Stephen Chaplin's box of puzzles.
Stephen from North Yorkshire has sent in some photos to share with us. Steve ( can I call you that?) enjoys making Burr puzzles and has made a whole set from exotic woods and fits them all into a superb purpose made box.
For more on Burr puzzles take a look at John Bailey's article here or just Google away on the internet. These puzzles are easy to make and even the simplest can be very challenging to assemble. Well for me they are!
Stephen has just forwarded me some basic notes of his method so take a look and admire his work.
|Here is a shot of one of his assembled puzzles in differing
hardwoods. Note that each piece is individually numbered.
I like the finish; perhaps Stephen will tell us what he used.
|Here are all the puzzle parts plus instructions sitting in a purpose
"It is a set of 42 Burr puzzle pieces (25 different pieces in 25 different woods plus duplicates, allowing 339 specific 6 piece burr puzzles to be made. All set in an American walnut box made on the LR. I have the full details if interested".
Email Steve here.
"There are loads of burr puzzle designs - all the possibilities have been calculated on computer and they range from relatively simple - solid key piece through to fiendishly difficult. There is a rating system based on the number of moves required to remove the first piece, 1 being easy i.e. straight out, and 10 being the most difficult. If you are having problems I recommend trying a level one!"
|A side view of his box made from American Walnut with hidden dovetails and home made wooden hinges. All made with the use of his Little Rat.|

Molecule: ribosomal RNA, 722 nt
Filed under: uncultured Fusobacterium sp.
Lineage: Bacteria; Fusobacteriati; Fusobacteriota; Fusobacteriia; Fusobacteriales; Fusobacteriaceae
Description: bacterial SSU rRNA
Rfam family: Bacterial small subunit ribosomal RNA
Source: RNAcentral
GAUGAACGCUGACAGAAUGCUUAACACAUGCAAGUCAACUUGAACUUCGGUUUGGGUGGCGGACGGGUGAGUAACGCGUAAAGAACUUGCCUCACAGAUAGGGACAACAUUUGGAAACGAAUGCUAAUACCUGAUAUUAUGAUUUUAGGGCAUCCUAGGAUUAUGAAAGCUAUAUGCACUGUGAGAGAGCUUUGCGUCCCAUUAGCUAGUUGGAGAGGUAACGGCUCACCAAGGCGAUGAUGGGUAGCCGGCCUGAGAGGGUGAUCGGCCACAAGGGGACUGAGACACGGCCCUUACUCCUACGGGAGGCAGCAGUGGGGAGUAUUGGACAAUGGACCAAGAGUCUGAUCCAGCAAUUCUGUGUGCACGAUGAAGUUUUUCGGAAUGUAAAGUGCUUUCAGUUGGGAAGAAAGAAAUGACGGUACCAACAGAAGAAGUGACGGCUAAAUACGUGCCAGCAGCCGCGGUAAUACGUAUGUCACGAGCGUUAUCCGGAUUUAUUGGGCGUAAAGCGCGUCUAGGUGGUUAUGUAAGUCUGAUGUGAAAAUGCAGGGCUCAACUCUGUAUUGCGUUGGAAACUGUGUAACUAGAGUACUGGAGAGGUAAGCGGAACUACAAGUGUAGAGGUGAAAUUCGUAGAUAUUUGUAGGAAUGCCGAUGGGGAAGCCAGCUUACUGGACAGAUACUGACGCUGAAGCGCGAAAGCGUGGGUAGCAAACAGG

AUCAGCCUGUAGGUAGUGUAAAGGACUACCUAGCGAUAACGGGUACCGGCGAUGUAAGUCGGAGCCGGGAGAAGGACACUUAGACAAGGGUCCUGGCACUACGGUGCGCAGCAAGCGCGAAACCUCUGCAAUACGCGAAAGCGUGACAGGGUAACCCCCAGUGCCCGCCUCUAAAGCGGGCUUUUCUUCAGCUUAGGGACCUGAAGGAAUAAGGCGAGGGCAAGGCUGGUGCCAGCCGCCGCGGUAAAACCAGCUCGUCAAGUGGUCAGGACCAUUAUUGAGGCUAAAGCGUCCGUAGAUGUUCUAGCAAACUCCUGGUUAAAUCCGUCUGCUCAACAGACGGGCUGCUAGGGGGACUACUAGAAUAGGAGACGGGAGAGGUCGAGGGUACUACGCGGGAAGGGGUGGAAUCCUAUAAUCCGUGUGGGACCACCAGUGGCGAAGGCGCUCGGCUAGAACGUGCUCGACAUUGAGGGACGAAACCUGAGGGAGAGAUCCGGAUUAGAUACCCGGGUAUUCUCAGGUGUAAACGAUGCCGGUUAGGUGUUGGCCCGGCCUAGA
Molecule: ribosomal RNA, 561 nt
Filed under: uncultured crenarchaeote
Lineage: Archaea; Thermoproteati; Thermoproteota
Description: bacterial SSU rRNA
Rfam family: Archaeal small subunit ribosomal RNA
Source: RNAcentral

|Here are the hinges. they look good don't they!
Something I have never made. Must make a mental note to go and try some.
|"My 'hod' for mounting jigs, which sits in the mortise rail and is attached from below. Threaded inserts allow attachment of jigs to top and front. I have jigs for grooving, mitre slots, dovetails etc which all mount onto here - as does the one for cutting burr puzzle pieces."|
|"My version of a burr making jig which tracks the pieces through and allows multiple pieces to be cut at a time. Pieces can be rotated etc. to achieve required notches. You just need to be careful to arrange the cut order/pieces to avoid breakout etc".|
|Steve prints out and uses a cutting guide as seen here.
The router is a Trend T5 mounted on his Little Rat.
The mortise rail is WoodRat's MR3.
Well Stephen excellent work there. Well done. Can you image how much that box of puzzles would cost if it were for sale in Harrod's? Learning how to assemble and take apart all those must take months!
An ideal way of using up all those scrap ends.
I guess for this method to work properly then an accurate diameter router bit is essential. One of the times when a digital scale could be a big advantage.
The burr puzzles website